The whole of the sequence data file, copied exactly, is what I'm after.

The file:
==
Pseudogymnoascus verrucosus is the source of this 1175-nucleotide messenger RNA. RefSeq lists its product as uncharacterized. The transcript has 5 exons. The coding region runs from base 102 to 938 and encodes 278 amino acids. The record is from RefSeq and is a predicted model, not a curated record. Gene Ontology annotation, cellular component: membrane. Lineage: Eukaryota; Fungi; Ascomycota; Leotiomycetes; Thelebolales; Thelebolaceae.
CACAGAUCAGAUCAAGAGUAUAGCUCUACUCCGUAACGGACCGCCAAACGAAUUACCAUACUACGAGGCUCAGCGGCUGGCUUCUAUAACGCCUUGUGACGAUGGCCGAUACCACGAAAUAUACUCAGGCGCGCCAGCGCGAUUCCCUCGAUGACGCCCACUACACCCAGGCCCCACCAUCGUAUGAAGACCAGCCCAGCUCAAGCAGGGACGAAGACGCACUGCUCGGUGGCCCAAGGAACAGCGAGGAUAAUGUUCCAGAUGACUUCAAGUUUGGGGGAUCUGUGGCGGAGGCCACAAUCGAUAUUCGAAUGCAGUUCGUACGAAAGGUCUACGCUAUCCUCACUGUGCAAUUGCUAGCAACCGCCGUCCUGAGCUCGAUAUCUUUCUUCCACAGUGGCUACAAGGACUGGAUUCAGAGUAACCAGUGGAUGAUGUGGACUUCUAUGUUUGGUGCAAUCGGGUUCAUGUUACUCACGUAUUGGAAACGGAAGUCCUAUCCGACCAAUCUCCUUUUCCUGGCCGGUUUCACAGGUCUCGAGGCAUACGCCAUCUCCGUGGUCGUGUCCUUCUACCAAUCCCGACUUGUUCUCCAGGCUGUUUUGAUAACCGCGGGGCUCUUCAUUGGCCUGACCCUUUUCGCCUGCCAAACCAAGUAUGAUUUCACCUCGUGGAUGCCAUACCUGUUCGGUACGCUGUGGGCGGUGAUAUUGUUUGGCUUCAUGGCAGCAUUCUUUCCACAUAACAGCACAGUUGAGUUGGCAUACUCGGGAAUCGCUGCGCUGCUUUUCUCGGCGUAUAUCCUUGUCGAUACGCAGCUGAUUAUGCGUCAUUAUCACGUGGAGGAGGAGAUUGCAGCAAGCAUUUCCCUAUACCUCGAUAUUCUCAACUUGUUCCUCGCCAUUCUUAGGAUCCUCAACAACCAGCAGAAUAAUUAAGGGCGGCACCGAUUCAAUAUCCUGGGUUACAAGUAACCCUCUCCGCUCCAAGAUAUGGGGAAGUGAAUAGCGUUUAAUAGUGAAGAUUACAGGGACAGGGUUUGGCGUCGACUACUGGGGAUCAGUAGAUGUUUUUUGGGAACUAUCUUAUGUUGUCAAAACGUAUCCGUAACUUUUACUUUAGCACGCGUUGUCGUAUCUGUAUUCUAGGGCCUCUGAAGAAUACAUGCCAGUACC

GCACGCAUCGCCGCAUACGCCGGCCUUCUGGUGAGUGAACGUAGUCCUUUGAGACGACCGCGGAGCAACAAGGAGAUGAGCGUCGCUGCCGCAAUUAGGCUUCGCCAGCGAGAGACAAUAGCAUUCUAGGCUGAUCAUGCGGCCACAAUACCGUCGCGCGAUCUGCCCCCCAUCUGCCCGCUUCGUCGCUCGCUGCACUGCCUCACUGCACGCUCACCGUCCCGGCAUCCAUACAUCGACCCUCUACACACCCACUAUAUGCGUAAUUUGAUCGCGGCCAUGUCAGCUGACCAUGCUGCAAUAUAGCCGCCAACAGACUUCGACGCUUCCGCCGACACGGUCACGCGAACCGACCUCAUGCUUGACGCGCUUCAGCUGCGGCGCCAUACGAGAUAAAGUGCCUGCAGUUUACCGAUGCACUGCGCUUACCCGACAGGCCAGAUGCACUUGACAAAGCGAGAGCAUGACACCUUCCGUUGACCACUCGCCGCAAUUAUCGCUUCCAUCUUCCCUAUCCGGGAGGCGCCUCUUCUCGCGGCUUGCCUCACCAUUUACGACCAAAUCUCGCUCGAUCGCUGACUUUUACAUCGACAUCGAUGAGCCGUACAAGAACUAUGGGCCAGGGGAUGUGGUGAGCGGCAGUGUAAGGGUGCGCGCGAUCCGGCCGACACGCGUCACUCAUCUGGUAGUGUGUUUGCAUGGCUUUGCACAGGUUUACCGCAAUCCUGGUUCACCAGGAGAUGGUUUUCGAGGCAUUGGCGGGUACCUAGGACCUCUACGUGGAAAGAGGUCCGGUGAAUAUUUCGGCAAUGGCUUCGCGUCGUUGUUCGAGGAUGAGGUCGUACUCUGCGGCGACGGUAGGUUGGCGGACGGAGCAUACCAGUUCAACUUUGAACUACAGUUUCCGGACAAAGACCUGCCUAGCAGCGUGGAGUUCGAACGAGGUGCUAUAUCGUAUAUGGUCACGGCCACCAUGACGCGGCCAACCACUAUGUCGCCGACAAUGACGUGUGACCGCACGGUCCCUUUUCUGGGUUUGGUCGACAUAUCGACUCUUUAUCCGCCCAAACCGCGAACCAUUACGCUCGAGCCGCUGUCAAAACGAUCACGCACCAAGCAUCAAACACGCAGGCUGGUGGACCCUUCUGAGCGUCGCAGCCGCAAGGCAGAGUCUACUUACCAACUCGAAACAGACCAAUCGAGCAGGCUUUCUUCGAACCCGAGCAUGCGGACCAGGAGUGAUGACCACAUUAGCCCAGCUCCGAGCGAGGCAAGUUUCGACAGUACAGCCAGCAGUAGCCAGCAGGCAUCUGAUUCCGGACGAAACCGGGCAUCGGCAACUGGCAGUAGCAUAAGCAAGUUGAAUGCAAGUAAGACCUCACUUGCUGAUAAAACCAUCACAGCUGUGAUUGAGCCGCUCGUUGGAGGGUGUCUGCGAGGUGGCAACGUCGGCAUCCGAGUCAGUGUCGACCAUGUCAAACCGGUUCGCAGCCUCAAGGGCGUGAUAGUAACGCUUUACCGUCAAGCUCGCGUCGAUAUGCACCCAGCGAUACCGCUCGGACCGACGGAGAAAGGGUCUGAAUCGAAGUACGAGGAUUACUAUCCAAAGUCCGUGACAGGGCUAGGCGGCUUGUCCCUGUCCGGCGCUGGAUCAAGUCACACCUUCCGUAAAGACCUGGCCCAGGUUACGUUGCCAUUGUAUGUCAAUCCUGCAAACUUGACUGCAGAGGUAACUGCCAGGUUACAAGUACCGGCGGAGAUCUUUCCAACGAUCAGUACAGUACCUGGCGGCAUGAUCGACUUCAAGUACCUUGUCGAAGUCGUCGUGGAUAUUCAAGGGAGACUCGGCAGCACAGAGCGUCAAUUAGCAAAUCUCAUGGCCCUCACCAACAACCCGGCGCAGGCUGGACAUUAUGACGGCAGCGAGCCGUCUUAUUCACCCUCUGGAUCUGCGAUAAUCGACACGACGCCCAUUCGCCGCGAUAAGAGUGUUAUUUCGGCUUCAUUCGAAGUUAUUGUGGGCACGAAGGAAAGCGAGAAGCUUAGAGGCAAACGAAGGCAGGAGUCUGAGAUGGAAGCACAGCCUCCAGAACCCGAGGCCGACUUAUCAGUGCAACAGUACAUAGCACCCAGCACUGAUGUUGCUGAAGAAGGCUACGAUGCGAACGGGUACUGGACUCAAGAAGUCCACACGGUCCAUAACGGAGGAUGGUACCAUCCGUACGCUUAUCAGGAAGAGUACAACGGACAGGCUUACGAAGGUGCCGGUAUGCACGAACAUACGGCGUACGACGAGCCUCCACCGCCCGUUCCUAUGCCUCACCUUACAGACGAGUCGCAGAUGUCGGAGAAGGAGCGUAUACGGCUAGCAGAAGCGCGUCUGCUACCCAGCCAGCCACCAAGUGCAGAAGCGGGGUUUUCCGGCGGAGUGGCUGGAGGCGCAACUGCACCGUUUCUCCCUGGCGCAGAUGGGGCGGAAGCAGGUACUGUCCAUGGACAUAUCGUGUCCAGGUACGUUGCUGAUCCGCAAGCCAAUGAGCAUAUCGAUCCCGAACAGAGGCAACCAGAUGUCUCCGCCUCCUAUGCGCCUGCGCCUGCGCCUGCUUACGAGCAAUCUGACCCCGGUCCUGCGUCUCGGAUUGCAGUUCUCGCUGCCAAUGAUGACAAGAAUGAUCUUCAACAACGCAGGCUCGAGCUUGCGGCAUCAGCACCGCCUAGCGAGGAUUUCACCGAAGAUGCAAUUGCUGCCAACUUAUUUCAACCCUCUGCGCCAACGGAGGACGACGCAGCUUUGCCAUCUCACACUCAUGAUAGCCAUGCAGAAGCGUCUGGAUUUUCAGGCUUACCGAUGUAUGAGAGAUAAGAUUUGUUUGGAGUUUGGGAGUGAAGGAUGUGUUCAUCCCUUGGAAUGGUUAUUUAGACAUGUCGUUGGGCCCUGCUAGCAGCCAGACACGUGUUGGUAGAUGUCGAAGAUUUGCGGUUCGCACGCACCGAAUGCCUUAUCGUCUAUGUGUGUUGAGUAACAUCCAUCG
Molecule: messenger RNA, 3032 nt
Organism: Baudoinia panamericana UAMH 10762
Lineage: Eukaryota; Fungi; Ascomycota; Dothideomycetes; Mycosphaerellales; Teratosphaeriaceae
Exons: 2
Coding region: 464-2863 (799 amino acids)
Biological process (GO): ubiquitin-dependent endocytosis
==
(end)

Pseudogymnoascus verrucosus is the source of this 1175-nucleotide messenger RNA. RefSeq lists its product as uncharacterized. The transcript has 5 exons. The coding region runs from base 102 to 938 and encodes 278 amino acids. The record is from RefSeq and is a predicted model, not a curated record. Gene Ontology annotation, cellular component: membrane. Lineage: Eukaryota; Fungi; Ascomycota; Leotiomycetes; Thelebolales; Thelebolaceae.
CACAGAUCAGAUCAAGAGUAUAGCUCUACUCCGUAACGGACCGCCAAACGAAUUACCAUACUACGAGGCUCAGCGGCUGGCUUCUAUAACGCCUUGUGACGAUGGCCGAUACCACGAAAUAUACUCAGGCGCGCCAGCGCGAUUCCCUCGAUGACGCCCACUACACCCAGGCCCCACCAUCGUAUGAAGACCAGCCCAGCUCAAGCAGGGACGAAGACGCACUGCUCGGUGGCCCAAGGAACAGCGAGGAUAAUGUUCCAGAUGACUUCAAGUUUGGGGGAUCUGUGGCGGAGGCCACAAUCGAUAUUCGAAUGCAGUUCGUACGAAAGGUCUACGCUAUCCUCACUGUGCAAUUGCUAGCAACCGCCGUCCUGAGCUCGAUAUCUUUCUUCCACAGUGGCUACAAGGACUGGAUUCAGAGUAACCAGUGGAUGAUGUGGACUUCUAUGUUUGGUGCAAUCGGGUUCAUGUUACUCACGUAUUGGAAACGGAAGUCCUAUCCGACCAAUCUCCUUUUCCUGGCCGGUUUCACAGGUCUCGAGGCAUACGCCAUCUCCGUGGUCGUGUCCUUCUACCAAUCCCGACUUGUUCUCCAGGCUGUUUUGAUAACCGCGGGGCUCUUCAUUGGCCUGACCCUUUUCGCCUGCCAAACCAAGUAUGAUUUCACCUCGUGGAUGCCAUACCUGUUCGGUACGCUGUGGGCGGUGAUAUUGUUUGGCUUCAUGGCAGCAUUCUUUCCACAUAACAGCACAGUUGAGUUGGCAUACUCGGGAAUCGCUGCGCUGCUUUUCUCGGCGUAUAUCCUUGUCGAUACGCAGCUGAUUAUGCGUCAUUAUCACGUGGAGGAGGAGAUUGCAGCAAGCAUUUCCCUAUACCUCGAUAUUCUCAACUUGUUCCUCGCCAUUCUUAGGAUCCUCAACAACCAGCAGAAUAAUUAAGGGCGGCACCGAUUCAAUAUCCUGGGUUACAAGUAACCCUCUCCGCUCCAAGAUAUGGGGAAGUGAAUAGCGUUUAAUAGUGAAGAUUACAGGGACAGGGUUUGGCGUCGACUACUGGGGAUCAGUAGAUGUUUUUUGGGAACUAUCUUAUGUUGUCAAAACGUAUCCGUAACUUUUACUUUAGCACGCGUUGUCGUAUCUGUAUUCUAGGGCCUCUGAAGAAUACAUGCCAGUACC

GCACGCAUCGCCGCAUACGCCGGCCUUCUGGUGAGUGAACGUAGUCCUUUGAGACGACCGCGGAGCAACAAGGAGAUGAGCGUCGCUGCCGCAAUUAGGCUUCGCCAGCGAGAGACAAUAGCAUUCUAGGCUGAUCAUGCGGCCACAAUACCGUCGCGCGAUCUGCCCCCCAUCUGCCCGCUUCGUCGCUCGCUGCACUGCCUCACUGCACGCUCACCGUCCCGGCAUCCAUACAUCGACCCUCUACACACCCACUAUAUGCGUAAUUUGAUCGCGGCCAUGUCAGCUGACCAUGCUGCAAUAUAGCCGCCAACAGACUUCGACGCUUCCGCCGACACGGUCACGCGAACCGACCUCAUGCUUGACGCGCUUCAGCUGCGGCGCCAUACGAGAUAAAGUGCCUGCAGUUUACCGAUGCACUGCGCUUACCCGACAGGCCAGAUGCACUUGACAAAGCGAGAGCAUGACACCUUCCGUUGACCACUCGCCGCAAUUAUCGCUUCCAUCUUCCCUAUCCGGGAGGCGCCUCUUCUCGCGGCUUGCCUCACCAUUUACGACCAAAUCUCGCUCGAUCGCUGACUUUUACAUCGACAUCGAUGAGCCGUACAAGAACUAUGGGCCAGGGGAUGUGGUGAGCGGCAGUGUAAGGGUGCGCGCGAUCCGGCCGACACGCGUCACUCAUCUGGUAGUGUGUUUGCAUGGCUUUGCACAGGUUUACCGCAAUCCUGGUUCACCAGGAGAUGGUUUUCGAGGCAUUGGCGGGUACCUAGGACCUCUACGUGGAAAGAGGUCCGGUGAAUAUUUCGGCAAUGGCUUCGCGUCGUUGUUCGAGGAUGAGGUCGUACUCUGCGGCGACGGUAGGUUGGCGGACGGAGCAUACCAGUUCAACUUUGAACUACAGUUUCCGGACAAAGACCUGCCUAGCAGCGUGGAGUUCGAACGAGGUGCUAUAUCGUAUAUGGUCACGGCCACCAUGACGCGGCCAACCACUAUGUCGCCGACAAUGACGUGUGACCGCACGGUCCCUUUUCUGGGUUUGGUCGACAUAUCGACUCUUUAUCCGCCCAAACCGCGAACCAUUACGCUCGAGCCGCUGUCAAAACGAUCACGCACCAAGCAUCAAACACGCAGGCUGGUGGACCCUUCUGAGCGUCGCAGCCGCAAGGCAGAGUCUACUUACCAACUCGAAACAGACCAAUCGAGCAGGCUUUCUUCGAACCCGAGCAUGCGGACCAGGAGUGAUGACCACAUUAGCCCAGCUCCGAGCGAGGCAAGUUUCGACAGUACAGCCAGCAGUAGCCAGCAGGCAUCUGAUUCCGGACGAAACCGGGCAUCGGCAACUGGCAGUAGCAUAAGCAAGUUGAAUGCAAGUAAGACCUCACUUGCUGAUAAAACCAUCACAGCUGUGAUUGAGCCGCUCGUUGGAGGGUGUCUGCGAGGUGGCAACGUCGGCAUCCGAGUCAGUGUCGACCAUGUCAAACCGGUUCGCAGCCUCAAGGGCGUGAUAGUAACGCUUUACCGUCAAGCUCGCGUCGAUAUGCACCCAGCGAUACCGCUCGGACCGACGGAGAAAGGGUCUGAAUCGAAGUACGAGGAUUACUAUCCAAAGUCCGUGACAGGGCUAGGCGGCUUGUCCCUGUCCGGCGCUGGAUCAAGUCACACCUUCCGUAAAGACCUGGCCCAGGUUACGUUGCCAUUGUAUGUCAAUCCUGCAAACUUGACUGCAGAGGUAACUGCCAGGUUACAAGUACCGGCGGAGAUCUUUCCAACGAUCAGUACAGUACCUGGCGGCAUGAUCGACUUCAAGUACCUUGUCGAAGUCGUCGUGGAUAUUCAAGGGAGACUCGGCAGCACAGAGCGUCAAUUAGCAAAUCUCAUGGCCCUCACCAACAACCCGGCGCAGGCUGGACAUUAUGACGGCAGCGAGCCGUCUUAUUCACCCUCUGGAUCUGCGAUAAUCGACACGACGCCCAUUCGCCGCGAUAAGAGUGUUAUUUCGGCUUCAUUCGAAGUUAUUGUGGGCACGAAGGAAAGCGAGAAGCUUAGAGGCAAACGAAGGCAGGAGUCUGAGAUGGAAGCACAGCCUCCAGAACCCGAGGCCGACUUAUCAGUGCAACAGUACAUAGCACCCAGCACUGAUGUUGCUGAAGAAGGCUACGAUGCGAACGGGUACUGGACUCAAGAAGUCCACACGGUCCAUAACGGAGGAUGGUACCAUCCGUACGCUUAUCAGGAAGAGUACAACGGACAGGCUUACGAAGGUGCCGGUAUGCACGAACAUACGGCGUACGACGAGCCUCCACCGCCCGUUCCUAUGCCUCACCUUACAGACGAGUCGCAGAUGUCGGAGAAGGAGCGUAUACGGCUAGCAGAAGCGCGUCUGCUACCCAGCCAGCCACCAAGUGCAGAAGCGGGGUUUUCCGGCGGAGUGGCUGGAGGCGCAACUGCACCGUUUCUCCCUGGCGCAGAUGGGGCGGAAGCAGGUACUGUCCAUGGACAUAUCGUGUCCAGGUACGUUGCUGAUCCGCAAGCCAAUGAGCAUAUCGAUCCCGAACAGAGGCAACCAGAUGUCUCCGCCUCCUAUGCGCCUGCGCCUGCGCCUGCUUACGAGCAAUCUGACCCCGGUCCUGCGUCUCGGAUUGCAGUUCUCGCUGCCAAUGAUGACAAGAAUGAUCUUCAACAACGCAGGCUCGAGCUUGCGGCAUCAGCACCGCCUAGCGAGGAUUUCACCGAAGAUGCAAUUGCUGCCAACUUAUUUCAACCCUCUGCGCCAACGGAGGACGACGCAGCUUUGCCAUCUCACACUCAUGAUAGCCAUGCAGAAGCGUCUGGAUUUUCAGGCUUACCGAUGUAUGAGAGAUAAGAUUUGUUUGGAGUUUGGGAGUGAAGGAUGUGUUCAUCCCUUGGAAUGGUUAUUUAGACAUGUCGUUGGGCCCUGCUAGCAGCCAGACACGUGUUGGUAGAUGUCGAAGAUUUGCGGUUCGCACGCACCGAAUGCCUUAUCGUCUAUGUGUGUUGAGUAACAUCCAUCG
Molecule: messenger RNA, 3032 nt
Organism: Baudoinia panamericana UAMH 10762
Lineage: Eukaryota; Fungi; Ascomycota; Dothideomycetes; Mycosphaerellales; Teratosphaeriaceae
Exons: 2
Coding region: 464-2863 (799 amino acids)
Biological process (GO): ubiquitin-dependent endocytosis